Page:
Abstract: This presentation focuses on the advanced utilization of Retrieval-Augmented Generation (RAG) and multi-agent Large Language Models (LLMs) for the synthesis of scientific knowledge. Using the development of WikiCrow as a case study, we explore how these technologies can efficiently curate and synthesize vast amounts of scientific literature, a task traditionally bottlenecked by information retrieval and summarization of 100s of millions of source documents.
We will discuss the architecture and mechanics of multi-agent LLM systems like PaperQA, which underpin WikiCrow. This includes their ability to perform complex tasks such as identifying relevant scientific papers, parsing and summarizing text, and synthesizing this information into concise, accurate summaries. The focus will be on the technical strategies employed to reduce common issues like hallucinations in LLM outputs and the methods used to improve citation accuracy and relevance.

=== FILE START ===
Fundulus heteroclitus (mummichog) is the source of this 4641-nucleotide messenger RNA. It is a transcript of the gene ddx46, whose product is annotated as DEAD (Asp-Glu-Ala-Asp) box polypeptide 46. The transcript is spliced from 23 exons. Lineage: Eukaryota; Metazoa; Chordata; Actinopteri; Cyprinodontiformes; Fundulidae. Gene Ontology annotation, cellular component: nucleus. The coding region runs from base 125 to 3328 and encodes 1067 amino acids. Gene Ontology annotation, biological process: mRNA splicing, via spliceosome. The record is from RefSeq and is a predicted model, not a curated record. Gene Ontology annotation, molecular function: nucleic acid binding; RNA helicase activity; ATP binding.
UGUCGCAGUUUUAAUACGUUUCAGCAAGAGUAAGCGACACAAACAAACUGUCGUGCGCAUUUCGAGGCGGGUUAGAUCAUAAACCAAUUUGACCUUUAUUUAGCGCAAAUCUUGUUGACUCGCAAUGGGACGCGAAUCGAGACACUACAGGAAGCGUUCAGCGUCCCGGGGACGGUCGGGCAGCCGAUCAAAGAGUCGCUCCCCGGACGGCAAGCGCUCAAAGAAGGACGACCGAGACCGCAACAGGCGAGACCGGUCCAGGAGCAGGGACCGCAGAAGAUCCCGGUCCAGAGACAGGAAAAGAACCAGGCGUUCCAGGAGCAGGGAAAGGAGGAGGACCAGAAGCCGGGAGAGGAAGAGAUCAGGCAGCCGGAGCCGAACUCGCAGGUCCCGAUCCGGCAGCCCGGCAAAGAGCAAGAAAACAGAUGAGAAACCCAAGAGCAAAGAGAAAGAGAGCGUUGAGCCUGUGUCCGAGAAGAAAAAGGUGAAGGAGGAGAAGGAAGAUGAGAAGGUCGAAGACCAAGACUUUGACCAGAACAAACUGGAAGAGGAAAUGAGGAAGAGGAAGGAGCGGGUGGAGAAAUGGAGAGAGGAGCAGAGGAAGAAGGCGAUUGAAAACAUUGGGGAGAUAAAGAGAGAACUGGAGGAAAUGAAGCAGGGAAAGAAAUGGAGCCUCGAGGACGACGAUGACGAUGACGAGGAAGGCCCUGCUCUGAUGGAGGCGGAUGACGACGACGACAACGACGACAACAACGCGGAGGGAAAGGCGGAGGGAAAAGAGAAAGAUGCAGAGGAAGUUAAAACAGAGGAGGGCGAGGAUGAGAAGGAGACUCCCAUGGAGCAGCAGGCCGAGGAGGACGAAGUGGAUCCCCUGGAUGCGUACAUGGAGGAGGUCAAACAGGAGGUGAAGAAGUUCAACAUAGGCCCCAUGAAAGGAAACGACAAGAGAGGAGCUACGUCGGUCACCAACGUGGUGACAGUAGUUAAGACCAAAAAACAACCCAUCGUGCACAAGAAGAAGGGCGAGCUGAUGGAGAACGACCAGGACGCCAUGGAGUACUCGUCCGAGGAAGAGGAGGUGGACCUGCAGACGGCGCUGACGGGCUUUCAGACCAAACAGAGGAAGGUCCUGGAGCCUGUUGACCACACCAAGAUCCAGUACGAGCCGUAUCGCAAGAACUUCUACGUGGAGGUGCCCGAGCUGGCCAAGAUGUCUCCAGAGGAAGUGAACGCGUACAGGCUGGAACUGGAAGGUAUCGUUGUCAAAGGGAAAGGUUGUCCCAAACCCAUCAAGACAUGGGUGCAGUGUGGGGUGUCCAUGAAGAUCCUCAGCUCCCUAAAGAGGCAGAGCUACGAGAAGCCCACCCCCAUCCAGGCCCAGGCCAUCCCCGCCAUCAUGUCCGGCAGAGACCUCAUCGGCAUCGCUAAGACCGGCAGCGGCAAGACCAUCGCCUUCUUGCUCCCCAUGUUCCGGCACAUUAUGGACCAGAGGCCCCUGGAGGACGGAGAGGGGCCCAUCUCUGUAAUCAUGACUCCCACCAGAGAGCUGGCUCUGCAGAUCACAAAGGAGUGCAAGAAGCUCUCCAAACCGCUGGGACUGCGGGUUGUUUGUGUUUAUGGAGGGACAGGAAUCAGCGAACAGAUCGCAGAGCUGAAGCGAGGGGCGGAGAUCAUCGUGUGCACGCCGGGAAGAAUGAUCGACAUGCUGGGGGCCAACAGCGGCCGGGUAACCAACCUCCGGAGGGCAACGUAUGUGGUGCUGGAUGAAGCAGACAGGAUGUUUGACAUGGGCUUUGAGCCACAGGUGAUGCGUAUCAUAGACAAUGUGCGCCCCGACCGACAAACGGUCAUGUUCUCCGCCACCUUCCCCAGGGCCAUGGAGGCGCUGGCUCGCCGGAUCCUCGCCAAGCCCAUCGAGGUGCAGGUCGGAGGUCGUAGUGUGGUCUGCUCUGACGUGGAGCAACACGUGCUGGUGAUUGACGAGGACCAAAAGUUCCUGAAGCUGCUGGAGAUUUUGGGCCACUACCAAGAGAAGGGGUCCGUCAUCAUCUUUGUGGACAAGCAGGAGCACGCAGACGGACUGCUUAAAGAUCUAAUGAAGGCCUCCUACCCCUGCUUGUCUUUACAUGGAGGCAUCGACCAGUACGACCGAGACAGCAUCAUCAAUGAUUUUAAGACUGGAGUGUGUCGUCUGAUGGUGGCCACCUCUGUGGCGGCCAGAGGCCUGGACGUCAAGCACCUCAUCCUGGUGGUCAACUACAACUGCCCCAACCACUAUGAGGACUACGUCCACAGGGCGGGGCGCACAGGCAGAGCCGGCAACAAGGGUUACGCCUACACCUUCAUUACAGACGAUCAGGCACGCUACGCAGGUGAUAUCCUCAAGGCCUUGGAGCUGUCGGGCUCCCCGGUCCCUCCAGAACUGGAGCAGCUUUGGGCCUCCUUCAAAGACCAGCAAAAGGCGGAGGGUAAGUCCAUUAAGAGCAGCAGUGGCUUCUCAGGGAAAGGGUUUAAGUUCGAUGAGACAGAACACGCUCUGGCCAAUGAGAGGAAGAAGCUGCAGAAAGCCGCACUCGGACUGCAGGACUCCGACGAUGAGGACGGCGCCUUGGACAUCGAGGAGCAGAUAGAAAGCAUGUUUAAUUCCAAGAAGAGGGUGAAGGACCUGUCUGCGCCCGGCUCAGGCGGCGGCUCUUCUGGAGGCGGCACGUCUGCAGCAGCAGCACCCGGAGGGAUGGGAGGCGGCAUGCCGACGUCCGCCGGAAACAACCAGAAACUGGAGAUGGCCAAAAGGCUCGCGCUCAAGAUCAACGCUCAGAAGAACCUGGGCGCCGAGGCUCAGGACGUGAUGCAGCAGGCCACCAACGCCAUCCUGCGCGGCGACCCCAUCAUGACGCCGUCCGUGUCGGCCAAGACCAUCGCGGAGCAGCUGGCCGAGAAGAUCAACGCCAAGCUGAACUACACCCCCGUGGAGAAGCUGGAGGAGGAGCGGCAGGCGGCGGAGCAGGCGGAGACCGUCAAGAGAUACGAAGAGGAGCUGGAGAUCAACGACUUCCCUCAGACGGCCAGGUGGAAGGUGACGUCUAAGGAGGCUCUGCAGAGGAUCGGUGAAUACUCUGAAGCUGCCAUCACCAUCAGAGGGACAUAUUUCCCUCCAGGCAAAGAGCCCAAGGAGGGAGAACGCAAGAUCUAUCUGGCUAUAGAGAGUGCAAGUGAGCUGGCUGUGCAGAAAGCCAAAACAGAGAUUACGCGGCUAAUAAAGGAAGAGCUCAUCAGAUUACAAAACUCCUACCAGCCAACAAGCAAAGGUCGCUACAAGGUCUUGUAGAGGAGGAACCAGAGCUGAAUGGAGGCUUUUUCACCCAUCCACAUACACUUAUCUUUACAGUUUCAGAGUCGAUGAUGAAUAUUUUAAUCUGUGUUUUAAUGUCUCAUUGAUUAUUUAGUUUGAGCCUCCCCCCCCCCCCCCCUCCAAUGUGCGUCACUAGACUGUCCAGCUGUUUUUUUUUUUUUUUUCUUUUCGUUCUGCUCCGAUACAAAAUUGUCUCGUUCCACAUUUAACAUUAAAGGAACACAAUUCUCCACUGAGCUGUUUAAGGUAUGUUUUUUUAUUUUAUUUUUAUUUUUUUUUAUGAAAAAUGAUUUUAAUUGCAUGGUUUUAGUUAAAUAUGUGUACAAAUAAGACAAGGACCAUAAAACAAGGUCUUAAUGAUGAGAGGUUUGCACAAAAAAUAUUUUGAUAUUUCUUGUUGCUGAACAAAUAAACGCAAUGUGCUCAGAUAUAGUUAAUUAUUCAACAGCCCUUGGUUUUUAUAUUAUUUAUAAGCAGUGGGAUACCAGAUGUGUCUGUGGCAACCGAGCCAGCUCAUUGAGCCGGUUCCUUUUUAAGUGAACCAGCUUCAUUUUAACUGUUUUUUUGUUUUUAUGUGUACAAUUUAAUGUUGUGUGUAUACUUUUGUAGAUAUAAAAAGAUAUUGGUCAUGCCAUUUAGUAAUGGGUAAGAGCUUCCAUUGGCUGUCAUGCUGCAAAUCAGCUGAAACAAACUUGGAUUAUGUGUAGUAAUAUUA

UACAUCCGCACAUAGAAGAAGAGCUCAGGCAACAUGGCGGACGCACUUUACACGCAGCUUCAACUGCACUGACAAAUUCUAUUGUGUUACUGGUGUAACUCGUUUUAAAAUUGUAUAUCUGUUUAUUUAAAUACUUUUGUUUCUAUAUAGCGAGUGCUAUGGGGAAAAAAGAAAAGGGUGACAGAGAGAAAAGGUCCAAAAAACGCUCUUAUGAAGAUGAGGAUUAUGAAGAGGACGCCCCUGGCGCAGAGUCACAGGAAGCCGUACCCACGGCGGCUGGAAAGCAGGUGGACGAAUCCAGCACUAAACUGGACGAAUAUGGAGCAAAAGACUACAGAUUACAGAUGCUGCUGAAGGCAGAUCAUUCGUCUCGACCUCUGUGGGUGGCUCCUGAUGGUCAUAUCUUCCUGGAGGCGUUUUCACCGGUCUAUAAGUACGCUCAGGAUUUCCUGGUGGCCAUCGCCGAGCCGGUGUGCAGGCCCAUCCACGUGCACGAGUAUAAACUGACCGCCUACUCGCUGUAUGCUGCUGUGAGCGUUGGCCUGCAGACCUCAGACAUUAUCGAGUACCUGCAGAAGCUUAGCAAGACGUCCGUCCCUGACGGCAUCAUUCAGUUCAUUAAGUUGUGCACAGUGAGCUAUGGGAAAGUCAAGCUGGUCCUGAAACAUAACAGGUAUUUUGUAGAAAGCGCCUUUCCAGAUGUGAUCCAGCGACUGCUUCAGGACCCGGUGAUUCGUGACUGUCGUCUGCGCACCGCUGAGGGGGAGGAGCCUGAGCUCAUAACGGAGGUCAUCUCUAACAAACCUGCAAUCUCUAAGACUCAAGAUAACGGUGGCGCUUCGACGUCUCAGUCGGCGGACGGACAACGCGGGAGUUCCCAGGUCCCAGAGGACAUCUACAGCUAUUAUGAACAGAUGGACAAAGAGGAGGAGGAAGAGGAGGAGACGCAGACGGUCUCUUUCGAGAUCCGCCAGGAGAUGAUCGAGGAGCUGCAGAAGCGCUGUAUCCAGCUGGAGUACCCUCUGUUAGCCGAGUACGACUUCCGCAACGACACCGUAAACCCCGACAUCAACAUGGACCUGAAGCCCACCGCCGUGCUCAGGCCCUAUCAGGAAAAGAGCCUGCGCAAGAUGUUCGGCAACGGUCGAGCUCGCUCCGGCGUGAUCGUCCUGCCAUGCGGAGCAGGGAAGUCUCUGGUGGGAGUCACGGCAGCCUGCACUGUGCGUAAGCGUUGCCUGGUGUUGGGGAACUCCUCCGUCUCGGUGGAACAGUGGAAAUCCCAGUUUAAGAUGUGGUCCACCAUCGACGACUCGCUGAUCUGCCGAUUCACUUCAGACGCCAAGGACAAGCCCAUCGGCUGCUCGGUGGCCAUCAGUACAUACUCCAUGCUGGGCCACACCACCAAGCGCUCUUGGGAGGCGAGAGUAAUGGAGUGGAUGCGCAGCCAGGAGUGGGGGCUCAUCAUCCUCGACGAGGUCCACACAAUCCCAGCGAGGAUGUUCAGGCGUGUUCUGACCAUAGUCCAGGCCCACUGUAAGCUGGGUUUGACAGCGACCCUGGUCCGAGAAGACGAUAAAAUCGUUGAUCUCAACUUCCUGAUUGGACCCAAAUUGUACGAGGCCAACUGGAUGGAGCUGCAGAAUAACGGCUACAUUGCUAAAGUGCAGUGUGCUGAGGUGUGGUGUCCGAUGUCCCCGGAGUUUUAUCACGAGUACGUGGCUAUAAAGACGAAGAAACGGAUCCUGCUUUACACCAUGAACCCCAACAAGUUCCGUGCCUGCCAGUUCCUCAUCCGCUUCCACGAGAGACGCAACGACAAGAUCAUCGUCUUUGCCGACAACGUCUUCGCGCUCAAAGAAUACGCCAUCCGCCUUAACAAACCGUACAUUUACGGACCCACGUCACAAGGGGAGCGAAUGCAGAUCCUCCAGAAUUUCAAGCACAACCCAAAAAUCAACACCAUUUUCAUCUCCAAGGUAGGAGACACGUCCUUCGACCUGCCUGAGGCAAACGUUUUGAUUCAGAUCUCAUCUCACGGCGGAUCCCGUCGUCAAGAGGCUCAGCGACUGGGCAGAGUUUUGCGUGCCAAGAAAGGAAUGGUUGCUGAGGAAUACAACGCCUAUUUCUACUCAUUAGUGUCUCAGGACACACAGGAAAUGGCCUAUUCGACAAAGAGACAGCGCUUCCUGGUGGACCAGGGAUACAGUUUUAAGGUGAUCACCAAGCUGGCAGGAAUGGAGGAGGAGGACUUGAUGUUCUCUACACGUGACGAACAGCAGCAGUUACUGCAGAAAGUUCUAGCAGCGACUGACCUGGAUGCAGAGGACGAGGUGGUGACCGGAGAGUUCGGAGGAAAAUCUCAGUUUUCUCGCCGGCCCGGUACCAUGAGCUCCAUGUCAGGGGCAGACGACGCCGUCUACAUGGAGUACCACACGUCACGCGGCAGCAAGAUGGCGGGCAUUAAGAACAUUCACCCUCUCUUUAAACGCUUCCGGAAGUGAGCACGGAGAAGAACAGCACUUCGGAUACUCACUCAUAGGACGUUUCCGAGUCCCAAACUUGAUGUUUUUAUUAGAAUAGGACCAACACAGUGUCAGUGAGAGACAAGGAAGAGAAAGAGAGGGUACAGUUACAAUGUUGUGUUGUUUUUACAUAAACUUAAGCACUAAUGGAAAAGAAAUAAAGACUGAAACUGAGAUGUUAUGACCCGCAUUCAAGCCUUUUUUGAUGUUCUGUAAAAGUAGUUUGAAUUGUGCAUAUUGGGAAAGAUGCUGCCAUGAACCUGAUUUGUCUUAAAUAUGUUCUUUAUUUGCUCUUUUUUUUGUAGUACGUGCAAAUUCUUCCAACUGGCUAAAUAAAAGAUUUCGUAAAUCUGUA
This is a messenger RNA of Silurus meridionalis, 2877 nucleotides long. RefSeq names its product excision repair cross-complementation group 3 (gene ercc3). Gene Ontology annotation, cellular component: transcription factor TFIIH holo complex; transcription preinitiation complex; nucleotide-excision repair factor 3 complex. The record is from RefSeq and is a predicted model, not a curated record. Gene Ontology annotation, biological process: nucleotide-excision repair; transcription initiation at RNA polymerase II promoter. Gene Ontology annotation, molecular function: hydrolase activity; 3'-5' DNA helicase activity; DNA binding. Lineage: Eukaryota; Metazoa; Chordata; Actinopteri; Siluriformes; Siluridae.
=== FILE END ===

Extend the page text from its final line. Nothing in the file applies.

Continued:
The session will also cover the challenges and strategies in evaluating the performance of such systems, highlighting the importance of information retrieval, and the hurdles in assessing the veracity of AI-generated content. We aim to provide attendees with practical insights into how RAG and multi-agent LLMs can be integrated into their own systems for more effective data processing and knowledge synthesis.
Attendees will leave with a deeper understanding of the potential and limitations of current AI technologies for knowledge synthesis. This talk is particularly suited for data scientists, AI researchers, and professionals interested in the application of LLMs and RAG systems for improving retrieval and knowledge management for AI agents and humans in scientific and research-oriented domains.
Bio: Matt Rubashkin is the Head of Engineering at Future House, a non-profit moonshot focused on building an AI Scientist to accelerate the pace of discovery across the world. Previously, Matt built out Engineering orgs at digital health companies (Ready and Cerebral), founded and led a medical speech recognition startup (LexiconAI), and was a practicing software engineer and data scientist (SVDS, Insight Data) after the completion of his graduate research at UCSF and UC Berkeley.